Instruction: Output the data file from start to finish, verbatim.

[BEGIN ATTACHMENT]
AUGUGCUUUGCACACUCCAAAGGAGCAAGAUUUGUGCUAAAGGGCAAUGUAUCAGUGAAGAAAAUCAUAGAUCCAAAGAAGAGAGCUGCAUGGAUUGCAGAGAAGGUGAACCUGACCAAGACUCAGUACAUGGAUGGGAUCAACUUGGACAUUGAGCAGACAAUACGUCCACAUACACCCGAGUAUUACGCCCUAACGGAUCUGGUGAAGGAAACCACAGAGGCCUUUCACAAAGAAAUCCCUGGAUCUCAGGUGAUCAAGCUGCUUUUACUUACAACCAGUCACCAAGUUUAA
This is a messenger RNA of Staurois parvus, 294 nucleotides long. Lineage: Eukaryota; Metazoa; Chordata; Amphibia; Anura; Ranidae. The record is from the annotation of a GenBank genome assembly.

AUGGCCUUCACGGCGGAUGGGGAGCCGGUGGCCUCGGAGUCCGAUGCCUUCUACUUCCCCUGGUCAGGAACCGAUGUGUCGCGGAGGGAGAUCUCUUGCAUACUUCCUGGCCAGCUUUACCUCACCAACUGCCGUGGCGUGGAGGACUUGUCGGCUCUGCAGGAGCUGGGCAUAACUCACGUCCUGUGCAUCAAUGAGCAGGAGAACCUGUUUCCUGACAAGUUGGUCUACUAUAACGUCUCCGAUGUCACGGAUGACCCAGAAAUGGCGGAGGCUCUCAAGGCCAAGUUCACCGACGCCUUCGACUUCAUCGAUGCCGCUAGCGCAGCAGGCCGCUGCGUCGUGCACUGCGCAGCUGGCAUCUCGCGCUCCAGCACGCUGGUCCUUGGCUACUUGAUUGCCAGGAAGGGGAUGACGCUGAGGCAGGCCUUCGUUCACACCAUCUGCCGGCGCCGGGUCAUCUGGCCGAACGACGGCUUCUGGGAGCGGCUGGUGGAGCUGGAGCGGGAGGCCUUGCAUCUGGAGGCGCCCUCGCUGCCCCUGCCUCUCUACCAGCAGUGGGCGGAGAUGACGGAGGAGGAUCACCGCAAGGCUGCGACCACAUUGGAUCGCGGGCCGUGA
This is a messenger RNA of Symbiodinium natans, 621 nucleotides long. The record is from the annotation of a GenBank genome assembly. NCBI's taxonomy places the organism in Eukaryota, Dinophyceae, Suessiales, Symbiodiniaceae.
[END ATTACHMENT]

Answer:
AUGUGCUUUGCACACUCCAAAGGAGCAAGAUUUGUGCUAAAGGGCAAUGUAUCAGUGAAGAAAAUCAUAGAUCCAAAGAAGAGAGCUGCAUGGAUUGCAGAGAAGGUGAACCUGACCAAGACUCAGUACAUGGAUGGGAUCAACUUGGACAUUGAGCAGACAAUACGUCCACAUACACCCGAGUAUUACGCCCUAACGGAUCUGGUGAAGGAAACCACAGAGGCCUUUCACAAAGAAAUCCCUGGAUCUCAGGUGAUCAAGCUGCUUUUACUUACAACCAGUCACCAAGUUUAA
This is a messenger RNA of Staurois parvus, 294 nucleotides long. Lineage: Eukaryota; Metazoa; Chordata; Amphibia; Anura; Ranidae. The record is from the annotation of a GenBank genome assembly.

AUGGCCUUCACGGCGGAUGGGGAGCCGGUGGCCUCGGAGUCCGAUGCCUUCUACUUCCCCUGGUCAGGAACCGAUGUGUCGCGGAGGGAGAUCUCUUGCAUACUUCCUGGCCAGCUUUACCUCACCAACUGCCGUGGCGUGGAGGACUUGUCGGCUCUGCAGGAGCUGGGCAUAACUCACGUCCUGUGCAUCAAUGAGCAGGAGAACCUGUUUCCUGACAAGUUGGUCUACUAUAACGUCUCCGAUGUCACGGAUGACCCAGAAAUGGCGGAGGCUCUCAAGGCCAAGUUCACCGACGCCUUCGACUUCAUCGAUGCCGCUAGCGCAGCAGGCCGCUGCGUCGUGCACUGCGCAGCUGGCAUCUCGCGCUCCAGCACGCUGGUCCUUGGCUACUUGAUUGCCAGGAAGGGGAUGACGCUGAGGCAGGCCUUCGUUCACACCAUCUGCCGGCGCCGGGUCAUCUGGCCGAACGACGGCUUCUGGGAGCGGCUGGUGGAGCUGGAGCGGGAGGCCUUGCAUCUGGAGGCGCCCUCGCUGCCCCUGCCUCUCUACCAGCAGUGGGCGGAGAUGACGGAGGAGGAUCACCGCAAGGCUGCGACCACAUUGGAUCGCGGGCCGUGA
This is a messenger RNA of Symbiodinium natans, 621 nucleotides long. The record is from the annotation of a GenBank genome assembly. NCBI's taxonomy places the organism in Eukaryota, Dinophyceae, Suessiales, Symbiodiniaceae.